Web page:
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Barbara Holthaus 9/11/2015

To whom it may concern-  These comments represent my personal comments as a member of the legal profession, rather than those of my employer, The University of Texas System. The University of Texas System will be submitting formal responses under separate cover.

As an attorney who works frequently with FERPA, HIPAA and state medical privacy laws, I respectfully think the interpretation in the Dear Colleague letter represents a misinterpretation of the applicable law.

1. As the Dear Colleague letter states, “treatment records” are exempted from the definition of an “education record” under FERPA:

Education records. (b) The term does not include:

(4) Records on a student who is 18 years of age or older, or is attending an institution of postsecondary education, that are:

(i) Made or maintained by a physician, psychiatrist, psychologist, or other recognized professional or paraprofessional acting in his or her professional capacity or assisting in a paraprofessional capacity;

(ii) Made, maintained, or used only in connection with treatment of the student; and

(iii) Disclosed only to individuals providing the treatment. For the purpose of this definition, “treatment” does not include remedial educational activities or activities that are part of the program of instruction at the agency or institution;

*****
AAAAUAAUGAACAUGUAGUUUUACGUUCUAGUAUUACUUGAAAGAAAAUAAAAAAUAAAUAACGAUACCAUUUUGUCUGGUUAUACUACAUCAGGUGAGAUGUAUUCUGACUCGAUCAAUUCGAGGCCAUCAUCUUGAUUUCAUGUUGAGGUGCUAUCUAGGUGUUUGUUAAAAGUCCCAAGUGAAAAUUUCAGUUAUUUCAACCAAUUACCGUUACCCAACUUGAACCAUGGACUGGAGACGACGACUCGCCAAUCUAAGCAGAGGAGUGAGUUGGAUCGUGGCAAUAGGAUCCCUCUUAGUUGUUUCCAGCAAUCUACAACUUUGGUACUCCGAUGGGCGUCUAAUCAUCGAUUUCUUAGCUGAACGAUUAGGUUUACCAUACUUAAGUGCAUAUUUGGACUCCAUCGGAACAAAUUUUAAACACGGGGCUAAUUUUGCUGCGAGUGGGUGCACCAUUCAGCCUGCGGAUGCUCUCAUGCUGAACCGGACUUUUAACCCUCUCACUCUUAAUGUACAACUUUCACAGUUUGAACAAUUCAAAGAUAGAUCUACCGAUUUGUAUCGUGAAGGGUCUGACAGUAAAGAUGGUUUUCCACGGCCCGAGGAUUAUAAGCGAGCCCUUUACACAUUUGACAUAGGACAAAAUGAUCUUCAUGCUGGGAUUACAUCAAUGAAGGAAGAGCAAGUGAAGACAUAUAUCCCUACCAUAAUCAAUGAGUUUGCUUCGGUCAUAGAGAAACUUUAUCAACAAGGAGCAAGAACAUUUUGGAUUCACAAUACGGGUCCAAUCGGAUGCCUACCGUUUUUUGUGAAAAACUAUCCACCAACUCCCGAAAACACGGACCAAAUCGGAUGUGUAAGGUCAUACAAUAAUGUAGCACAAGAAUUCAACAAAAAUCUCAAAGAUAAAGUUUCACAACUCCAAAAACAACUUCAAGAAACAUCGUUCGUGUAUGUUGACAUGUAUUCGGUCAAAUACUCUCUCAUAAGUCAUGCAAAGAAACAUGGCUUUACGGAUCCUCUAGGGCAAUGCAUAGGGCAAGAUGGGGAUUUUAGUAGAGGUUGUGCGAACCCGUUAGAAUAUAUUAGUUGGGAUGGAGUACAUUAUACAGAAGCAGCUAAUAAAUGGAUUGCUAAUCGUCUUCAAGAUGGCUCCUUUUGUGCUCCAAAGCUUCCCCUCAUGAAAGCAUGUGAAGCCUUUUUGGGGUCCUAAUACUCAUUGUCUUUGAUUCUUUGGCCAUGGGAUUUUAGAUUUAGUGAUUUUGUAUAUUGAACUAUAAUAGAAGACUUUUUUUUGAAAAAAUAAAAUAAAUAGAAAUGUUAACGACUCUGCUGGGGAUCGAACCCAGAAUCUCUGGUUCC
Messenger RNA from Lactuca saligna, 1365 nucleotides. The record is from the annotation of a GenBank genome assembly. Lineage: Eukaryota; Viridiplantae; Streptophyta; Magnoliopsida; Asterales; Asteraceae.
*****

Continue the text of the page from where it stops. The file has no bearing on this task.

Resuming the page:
Because these records are not Education Records, FERPA, which applies only to Education Records, should not apply to these records at all. Therefore, the exceptions available under FERPA that normally allow school employees to share records with other school officials are simply inapplicable to records maintained by licensed treatment providers and clinics within an post-secondary educational institution that provide care to students.

Instead, the records should be shared outside of the treatment facility only is accordance with applicable state law that governs medical records and or the state licensing law and regulations that govern the licensed health care provider that provided the treatment and who is responsible for maintaining the treatment records.

 2) Even if the Department for some reason rejects this argument, it remains a fact that FERPA does not pre-empt state medical records privacy laws and/or the state licensing law and regulations that govern the provision of health care by the health care provider that creates and maintains the treatment records. Therefore, the guidance provided by the FPCO should include a reminder that the exceptions noted in the Dear Colleague letter would not permit the treating provider to share records with other university officials unless applicable state law would permit the disclosure.

I have attached an email that was previously provided to me by the FPCO in 2009 in which that office confirmed that, at least at the time, the FPCO agreed with my interpretation of the interaction between FERPA and applicable state medical record privacy and confidentiality laws with regard to student treatment centers and their ability to disclose treatment records outside of the treatment center to the institution at large.